Prelim Data on Texas’ New Voting Rules
As predicted, rejections of ballots is up.
The Texas Tribune reports: Thousands of Texas mail-in votes still in jeopardy under new GOP voting restrictions
Heading into primary election day Tuesday, counties reported initial rejection rates anywhere between 8% to 30%, with the ID requirements tripping up a significant share of voters in counties large and midsize, red and blue.
By contrast, less than 2% of mail-in ballots were rejected in the 2018 primary election, according to data from the U.S. Election Assistance Commission. The count of ballots marked for rejection because of the ID rules in Harris County alone — 11,135 as of Feb. 28 — easily surpassed the total number of ballots rejected statewide — roughly 9,400 — in 2018. The number of faulty ballots in Harris may still grow as late-arriving mail-in ballots are processed this week.
These are preliminary data, but they certainly seem to indicate exactly what was predicted: making voting more complicated will lead to more votes not being counted. If one values representative democracy, this is a clear problem (but if one wants voting to be harder, then mission accomplished). And, again, if we as a country really think we need strong voter ID rules, then we need to go to a free, universal ID system rather than hodge-podging it.
But, of course, these laws, despite claims to the contrary, are not the optimal way to address supposedly deeply held concerns about fraudulent voting. And, of course, there is the over-arching fact that voter impersonation (let alone electoral fraud write large) is largely a phantasm used to justify making voting more difficult.
These rules don’t enhance security, they enhance frustration:
The requirement repeatedly thwarted Pam Gaskin from even obtaining a mail-in ballot. A longtime absentee voter, her first application was rejected after the 74-year-old resident of Fort Bend County downloaded an outdated application from the county’s website that didn’t include the new ID field.
Her second application was rejected even though she included her driver’s license number — the first ID number voters are instructed to provide — because the county only had her Social Security number on file. That’s the ID she used when she first registered to vote 46 years ago. Gaskin told the county worker who informed her of her rejection that she couldn’t recall what she had for dinner the night before, much less what number she had put down on her original voter registration.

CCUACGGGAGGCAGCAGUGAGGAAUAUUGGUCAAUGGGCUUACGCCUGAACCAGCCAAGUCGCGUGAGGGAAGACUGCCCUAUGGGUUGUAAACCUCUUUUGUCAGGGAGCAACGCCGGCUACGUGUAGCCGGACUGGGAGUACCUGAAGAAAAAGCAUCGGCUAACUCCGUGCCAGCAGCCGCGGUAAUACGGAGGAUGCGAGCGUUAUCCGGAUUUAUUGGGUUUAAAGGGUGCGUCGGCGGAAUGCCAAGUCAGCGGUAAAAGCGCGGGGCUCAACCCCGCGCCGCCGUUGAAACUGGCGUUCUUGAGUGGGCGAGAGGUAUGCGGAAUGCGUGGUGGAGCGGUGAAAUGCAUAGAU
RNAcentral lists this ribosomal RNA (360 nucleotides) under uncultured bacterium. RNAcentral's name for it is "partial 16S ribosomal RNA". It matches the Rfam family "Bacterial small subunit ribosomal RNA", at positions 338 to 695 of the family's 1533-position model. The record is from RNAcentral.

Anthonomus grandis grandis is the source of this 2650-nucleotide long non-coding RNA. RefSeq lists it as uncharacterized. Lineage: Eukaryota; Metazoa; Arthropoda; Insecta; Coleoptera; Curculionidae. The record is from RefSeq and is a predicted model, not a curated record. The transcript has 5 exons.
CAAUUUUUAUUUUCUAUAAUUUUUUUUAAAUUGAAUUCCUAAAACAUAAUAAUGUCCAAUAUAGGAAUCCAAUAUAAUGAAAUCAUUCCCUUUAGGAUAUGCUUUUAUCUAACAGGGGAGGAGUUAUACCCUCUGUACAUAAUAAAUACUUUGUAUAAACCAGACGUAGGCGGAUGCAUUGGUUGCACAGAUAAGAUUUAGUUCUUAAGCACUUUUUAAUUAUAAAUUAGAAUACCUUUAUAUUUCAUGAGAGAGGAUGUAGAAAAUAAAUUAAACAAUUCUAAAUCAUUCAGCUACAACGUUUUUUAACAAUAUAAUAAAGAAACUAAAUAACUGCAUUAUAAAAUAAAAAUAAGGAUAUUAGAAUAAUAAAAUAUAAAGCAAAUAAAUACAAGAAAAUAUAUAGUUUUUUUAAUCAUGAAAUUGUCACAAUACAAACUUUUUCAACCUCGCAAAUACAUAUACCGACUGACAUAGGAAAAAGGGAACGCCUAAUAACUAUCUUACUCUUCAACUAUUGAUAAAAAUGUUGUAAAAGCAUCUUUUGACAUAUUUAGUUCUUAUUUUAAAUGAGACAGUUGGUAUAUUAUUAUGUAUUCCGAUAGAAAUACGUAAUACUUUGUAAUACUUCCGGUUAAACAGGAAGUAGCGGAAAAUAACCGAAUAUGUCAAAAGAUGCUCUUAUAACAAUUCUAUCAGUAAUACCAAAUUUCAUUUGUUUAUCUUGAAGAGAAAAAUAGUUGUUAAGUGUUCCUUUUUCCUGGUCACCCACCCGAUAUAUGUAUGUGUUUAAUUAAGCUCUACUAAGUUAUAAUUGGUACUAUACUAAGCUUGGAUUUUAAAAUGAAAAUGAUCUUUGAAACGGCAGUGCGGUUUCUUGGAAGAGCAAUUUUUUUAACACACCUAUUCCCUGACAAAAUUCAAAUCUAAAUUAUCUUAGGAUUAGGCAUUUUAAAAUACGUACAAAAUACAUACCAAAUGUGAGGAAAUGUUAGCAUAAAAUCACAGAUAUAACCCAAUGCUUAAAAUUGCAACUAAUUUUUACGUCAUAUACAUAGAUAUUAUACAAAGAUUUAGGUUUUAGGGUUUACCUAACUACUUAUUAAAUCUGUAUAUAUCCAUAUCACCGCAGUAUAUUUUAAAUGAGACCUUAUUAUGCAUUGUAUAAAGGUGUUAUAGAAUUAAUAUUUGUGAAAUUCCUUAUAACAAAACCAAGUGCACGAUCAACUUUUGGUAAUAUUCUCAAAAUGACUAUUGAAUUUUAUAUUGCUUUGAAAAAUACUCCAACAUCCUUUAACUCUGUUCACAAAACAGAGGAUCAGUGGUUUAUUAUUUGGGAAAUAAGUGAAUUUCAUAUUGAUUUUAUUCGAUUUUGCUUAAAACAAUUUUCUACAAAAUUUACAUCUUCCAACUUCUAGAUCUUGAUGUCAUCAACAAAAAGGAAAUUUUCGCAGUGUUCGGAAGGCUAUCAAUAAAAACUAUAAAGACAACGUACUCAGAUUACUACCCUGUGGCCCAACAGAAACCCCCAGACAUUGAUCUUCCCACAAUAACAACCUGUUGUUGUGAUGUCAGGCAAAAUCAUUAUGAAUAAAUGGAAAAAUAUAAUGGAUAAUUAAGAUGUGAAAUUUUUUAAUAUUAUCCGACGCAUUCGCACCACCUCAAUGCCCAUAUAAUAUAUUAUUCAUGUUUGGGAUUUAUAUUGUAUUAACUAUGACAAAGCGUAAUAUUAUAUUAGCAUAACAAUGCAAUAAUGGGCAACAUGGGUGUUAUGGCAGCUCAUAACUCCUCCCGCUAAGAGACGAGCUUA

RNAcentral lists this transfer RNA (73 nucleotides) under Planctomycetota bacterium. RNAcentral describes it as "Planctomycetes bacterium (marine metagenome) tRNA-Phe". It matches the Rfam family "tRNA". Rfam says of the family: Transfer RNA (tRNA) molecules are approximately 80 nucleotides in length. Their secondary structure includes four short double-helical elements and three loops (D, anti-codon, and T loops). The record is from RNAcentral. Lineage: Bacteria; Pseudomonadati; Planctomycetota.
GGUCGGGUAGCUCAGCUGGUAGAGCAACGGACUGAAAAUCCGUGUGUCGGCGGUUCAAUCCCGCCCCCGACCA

“I know how to vote. I know the rules of voting,” Gaskin said. “This is not making anything secure. This is just making it hard, and I think the Legislature has done political malpractice quite frankly on the citizens of Texas.”
Again: if we really want voter ID, then create a modern voter ID system with a free, easy to obtain, universal, ID card with automatic voter registration. We could far more easily keep track of the voter rolls (something that is often, incorrectly, used as evidence of fraud) and also know who is who with such a system (if that is actually the goal).
Here’s an example of all of this simply making voting harder:
Once officials determine there’s not enough time to mail back faulty ballots, voters instead must visit their county elections office in person to correct the issue or use the state’s new online ballot tracker to verify the missing information.
For Elva Roy, the correction process required a 60-mile drive round-trip from her Arlington home to the elections office in Tarrant County.
The 76-year-old retiree had been forewarned about the new rules so she made sure to include both ID numbers when she returned her mail-in ballot. But last Tuesday, the county called to inform her that, like many other voters, she had missed the ID field under the flap of her envelope where the numbers were supposed to go.
“I’ve voted by mail a lot of times,” Roy said. “There’s never been an issue before.”
Some of this will be corrected by learning and better instructions. Still, one can’t help but notice what all of this ends up being is more ways for people to make mistakes or overlook specific hoops they are being asked to jump through. What one doesn’t see is a demonstrable increase in the much-touted “integrity” of the election process.